Banff has 27 souvenir and gift stores. A municipal review committee considered proposing a quota but instead suggests the Planning Commission approve new locations.

Similarly, the town had considered restricting fast-food restaurants to one area, kind of a municipal food court. However, the new proposal would more liberally restrict their locations to back alleys or lower and upper levels, but not allow them at regular street level.

In drawing up these proposals, the Banff team studied what is allowed in the French Quarter of New Orleans, Carmel-by-the-Sea in California, and Aspen. In the French Quarter, for example, new T-shirt and souvenir shops are prohibited entirely in some parts.

Meanwhile, the town has joined forces with Parks Canada, the agency that manages Banff National Park and a promotional group called Banff Lake Louise Tourism, to study the broad market forces affecting destination tourism. A panel of industry leaders chaired by Julie Canning, chief executive of Banff Lake Louise Tourism, will meet regularly during the next three months.

Aspen Skiing Co. replaces incandescents

ASPEN – With a few exceptions, the Aspen Skiing Co. is now replacing all of its incandescent light bulbs with more efficient compact-fluorescent and LEDs.

The company estimates that lights account for about 15 percent of energy use at its hotels and office buildings. The replacement costs will run $100,000 to $150,000, although the new bulbs will save the company $24,000 to $35,000 in lower costs of electricity in just the first year, with similar or even greater dividends each year thereafter.

Auden Schendler, the vice president of sustainability for the company, had written in his book,Getting Green Done, of his first naïve attempt to get compact fluorescents installed in the Little Nell, Aspen’s five-star hotel. He had expected open arms, because the change would reduce energy costs, but was instead told by the hotel manager that such lights were unacceptable because they might dampen business.

That was revelatory in that, while he had the full support of the executive team, and Aspen was already picking up a reputation as a front-of-the-class innovator, it was still ruled by basic market forces that all other companies are subject to.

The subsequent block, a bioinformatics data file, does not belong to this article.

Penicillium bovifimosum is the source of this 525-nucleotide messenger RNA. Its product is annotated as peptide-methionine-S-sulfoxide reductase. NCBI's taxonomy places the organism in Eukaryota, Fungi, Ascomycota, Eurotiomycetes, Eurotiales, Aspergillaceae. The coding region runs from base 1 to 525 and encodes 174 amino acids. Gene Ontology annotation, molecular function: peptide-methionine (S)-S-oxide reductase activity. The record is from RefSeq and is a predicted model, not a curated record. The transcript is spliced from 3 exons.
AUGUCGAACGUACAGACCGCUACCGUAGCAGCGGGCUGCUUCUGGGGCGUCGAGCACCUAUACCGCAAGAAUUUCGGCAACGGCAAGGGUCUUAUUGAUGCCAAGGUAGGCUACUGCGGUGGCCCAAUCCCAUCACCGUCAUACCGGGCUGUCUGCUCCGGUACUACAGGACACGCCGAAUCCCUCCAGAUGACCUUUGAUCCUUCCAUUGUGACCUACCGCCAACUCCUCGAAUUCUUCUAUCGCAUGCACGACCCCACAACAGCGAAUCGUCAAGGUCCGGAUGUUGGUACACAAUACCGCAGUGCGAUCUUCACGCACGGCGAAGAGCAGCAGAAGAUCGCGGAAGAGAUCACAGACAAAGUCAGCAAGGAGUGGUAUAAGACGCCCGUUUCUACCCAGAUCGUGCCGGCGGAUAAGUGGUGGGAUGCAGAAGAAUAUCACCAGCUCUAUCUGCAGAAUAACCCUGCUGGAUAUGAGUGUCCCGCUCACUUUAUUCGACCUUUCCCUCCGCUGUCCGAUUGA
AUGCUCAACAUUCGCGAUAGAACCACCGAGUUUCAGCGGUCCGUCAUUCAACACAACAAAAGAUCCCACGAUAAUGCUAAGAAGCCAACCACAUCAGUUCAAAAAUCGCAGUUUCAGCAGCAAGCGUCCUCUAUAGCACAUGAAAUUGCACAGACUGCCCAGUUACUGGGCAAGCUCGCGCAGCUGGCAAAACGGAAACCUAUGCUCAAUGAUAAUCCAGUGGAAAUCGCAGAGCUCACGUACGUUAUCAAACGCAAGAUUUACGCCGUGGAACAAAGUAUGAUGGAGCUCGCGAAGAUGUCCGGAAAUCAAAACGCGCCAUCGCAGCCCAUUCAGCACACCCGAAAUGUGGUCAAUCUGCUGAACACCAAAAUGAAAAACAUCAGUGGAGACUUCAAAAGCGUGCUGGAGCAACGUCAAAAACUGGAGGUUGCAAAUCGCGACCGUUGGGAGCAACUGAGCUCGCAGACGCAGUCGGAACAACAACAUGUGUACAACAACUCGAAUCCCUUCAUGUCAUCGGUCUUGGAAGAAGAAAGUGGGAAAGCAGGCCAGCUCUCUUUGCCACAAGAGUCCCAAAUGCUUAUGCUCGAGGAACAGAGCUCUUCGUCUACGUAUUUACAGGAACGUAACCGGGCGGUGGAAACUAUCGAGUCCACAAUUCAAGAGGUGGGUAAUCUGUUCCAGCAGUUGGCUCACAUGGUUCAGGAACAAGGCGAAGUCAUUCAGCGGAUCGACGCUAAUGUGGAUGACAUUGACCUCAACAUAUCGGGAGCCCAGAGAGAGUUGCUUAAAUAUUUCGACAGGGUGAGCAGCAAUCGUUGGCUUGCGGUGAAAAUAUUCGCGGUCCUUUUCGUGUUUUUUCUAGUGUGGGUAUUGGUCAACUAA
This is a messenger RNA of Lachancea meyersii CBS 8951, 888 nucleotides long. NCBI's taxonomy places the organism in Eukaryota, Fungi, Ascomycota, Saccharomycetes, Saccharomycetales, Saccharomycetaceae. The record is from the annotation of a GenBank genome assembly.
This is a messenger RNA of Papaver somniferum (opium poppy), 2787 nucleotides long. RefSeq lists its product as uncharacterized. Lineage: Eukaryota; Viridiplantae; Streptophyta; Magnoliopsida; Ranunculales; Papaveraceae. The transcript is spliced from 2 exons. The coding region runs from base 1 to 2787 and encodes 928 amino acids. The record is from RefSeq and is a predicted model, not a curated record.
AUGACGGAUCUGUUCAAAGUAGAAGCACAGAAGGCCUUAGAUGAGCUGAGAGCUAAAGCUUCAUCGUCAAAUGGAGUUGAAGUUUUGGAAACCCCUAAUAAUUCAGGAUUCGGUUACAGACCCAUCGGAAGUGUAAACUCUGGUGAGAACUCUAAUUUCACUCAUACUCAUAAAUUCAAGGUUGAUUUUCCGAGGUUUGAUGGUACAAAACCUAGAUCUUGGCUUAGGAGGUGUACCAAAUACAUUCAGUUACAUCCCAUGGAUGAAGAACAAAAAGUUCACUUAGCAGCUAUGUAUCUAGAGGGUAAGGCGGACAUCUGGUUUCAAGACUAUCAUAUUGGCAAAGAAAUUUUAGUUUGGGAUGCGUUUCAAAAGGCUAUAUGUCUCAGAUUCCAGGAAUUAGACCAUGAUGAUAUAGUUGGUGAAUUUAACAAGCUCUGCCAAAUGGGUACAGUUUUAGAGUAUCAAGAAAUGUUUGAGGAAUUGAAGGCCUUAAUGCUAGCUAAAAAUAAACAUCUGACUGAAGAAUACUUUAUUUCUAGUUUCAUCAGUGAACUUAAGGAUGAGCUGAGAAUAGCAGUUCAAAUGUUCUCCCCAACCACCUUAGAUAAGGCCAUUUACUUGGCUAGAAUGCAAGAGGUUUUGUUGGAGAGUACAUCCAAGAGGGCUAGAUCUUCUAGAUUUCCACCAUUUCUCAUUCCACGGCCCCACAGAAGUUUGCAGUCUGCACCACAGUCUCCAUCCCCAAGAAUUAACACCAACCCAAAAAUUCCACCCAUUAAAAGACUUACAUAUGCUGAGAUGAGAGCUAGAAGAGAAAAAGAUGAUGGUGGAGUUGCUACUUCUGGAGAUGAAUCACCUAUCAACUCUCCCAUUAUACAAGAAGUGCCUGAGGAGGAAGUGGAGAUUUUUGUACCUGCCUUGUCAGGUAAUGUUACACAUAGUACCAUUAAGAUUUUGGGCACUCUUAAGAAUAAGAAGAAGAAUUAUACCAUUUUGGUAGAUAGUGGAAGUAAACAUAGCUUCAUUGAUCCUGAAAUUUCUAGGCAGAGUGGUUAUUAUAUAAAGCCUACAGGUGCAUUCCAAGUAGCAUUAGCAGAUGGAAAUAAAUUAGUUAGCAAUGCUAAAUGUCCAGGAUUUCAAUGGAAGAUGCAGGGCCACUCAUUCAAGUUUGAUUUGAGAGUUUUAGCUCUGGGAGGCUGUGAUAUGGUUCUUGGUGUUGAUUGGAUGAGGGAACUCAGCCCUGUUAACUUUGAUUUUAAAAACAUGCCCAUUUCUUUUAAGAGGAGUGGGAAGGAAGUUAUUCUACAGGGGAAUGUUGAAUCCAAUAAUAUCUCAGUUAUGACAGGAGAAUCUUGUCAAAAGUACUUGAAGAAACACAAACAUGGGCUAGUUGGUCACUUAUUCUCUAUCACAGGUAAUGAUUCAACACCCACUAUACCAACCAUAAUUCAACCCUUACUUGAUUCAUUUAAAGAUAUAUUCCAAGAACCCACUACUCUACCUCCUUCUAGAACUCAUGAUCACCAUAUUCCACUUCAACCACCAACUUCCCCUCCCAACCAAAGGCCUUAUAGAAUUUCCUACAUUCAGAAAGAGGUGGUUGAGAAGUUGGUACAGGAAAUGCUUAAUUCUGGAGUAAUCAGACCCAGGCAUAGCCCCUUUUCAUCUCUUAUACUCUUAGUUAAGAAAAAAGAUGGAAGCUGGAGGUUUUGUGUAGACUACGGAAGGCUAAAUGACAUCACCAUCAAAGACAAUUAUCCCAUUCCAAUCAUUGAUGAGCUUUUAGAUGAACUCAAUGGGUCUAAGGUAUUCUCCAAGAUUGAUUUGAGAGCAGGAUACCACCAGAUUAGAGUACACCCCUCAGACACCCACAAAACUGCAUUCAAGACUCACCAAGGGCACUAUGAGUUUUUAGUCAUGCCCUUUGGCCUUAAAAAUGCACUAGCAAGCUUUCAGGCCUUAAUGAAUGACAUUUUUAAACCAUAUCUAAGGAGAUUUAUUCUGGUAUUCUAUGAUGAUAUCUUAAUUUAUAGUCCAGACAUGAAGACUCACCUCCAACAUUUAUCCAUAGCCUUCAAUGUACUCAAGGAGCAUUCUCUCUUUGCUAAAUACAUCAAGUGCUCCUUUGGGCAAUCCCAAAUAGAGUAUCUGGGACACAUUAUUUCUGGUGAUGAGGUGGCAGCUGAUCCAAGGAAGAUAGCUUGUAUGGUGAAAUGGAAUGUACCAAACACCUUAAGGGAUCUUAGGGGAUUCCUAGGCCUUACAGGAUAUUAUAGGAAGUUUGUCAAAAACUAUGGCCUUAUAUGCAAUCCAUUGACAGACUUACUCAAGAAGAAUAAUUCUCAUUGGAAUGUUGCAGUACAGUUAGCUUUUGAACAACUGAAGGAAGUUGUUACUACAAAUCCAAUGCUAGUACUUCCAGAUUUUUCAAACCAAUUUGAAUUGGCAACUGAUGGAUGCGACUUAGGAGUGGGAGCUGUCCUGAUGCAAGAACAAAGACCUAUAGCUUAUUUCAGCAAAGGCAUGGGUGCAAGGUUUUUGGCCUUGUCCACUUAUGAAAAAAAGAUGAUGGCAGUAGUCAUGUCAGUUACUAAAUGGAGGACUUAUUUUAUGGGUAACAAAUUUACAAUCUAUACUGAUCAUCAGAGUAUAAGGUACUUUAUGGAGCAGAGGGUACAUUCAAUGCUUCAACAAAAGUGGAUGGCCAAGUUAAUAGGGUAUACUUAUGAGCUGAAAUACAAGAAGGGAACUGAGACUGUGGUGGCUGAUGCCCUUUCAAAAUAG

But part of the story, Schendler toldThe Aspen Times, is that compact fluorescents have improved considerably since he made that first effort. Now, there is little public objection to the light they produce.

Jackson Hole works on tourism strategy

JACKSON, Wyo. – Seven people have been selected in Jackson and Teton County to devise a strategy for use of $2.1 million annually in proceeds from a new lodging tax. The tax is to be used broadly for promotion of travel and tourism.

“I really felt, by and large, that most of the people got the big-picture idea that it’s not just about bringing people in on airlines. It’s about how we create an image of Jackson Hole,” said Andy Schwartz, a county commissioner. The tax, he said, is geared toward creating community revenue – not strictly a tax to benefit the hotels or the ski resorts.

AJackson Hole News&Guide account mentions eco- and geo-tourism, cultural tourism, plus the more predictable special events.

Vice president stops over in Snowmass

SNOWMASS VILLAGE – The ski towns of the Rocky Mountains continue to get folks from the White House. Former chief of staff Rahm Emanuel, now mayor of Chicago, vacationed in Park City shortly after President Barack Obama was elected, and then First Lady Michelle Obama vacationed this winter in Vail. Now, Vice President Joseph Biden took a short vacation at Snowmass Village. It was a working vacation, though, as he presided over a ceremony involving veterans.

– Allen Best



In this week's issue...

January 25, 2024
Bagging it

State plastic bag ban is in full effect, but enforcement varies

January 26, 2024
Paper chase

The Sneer is back – and no we’re not talking about Billy Idol’s comeback tour.

January 11, 2024
High and dry

New state climate report projects continued warming, declining streamflows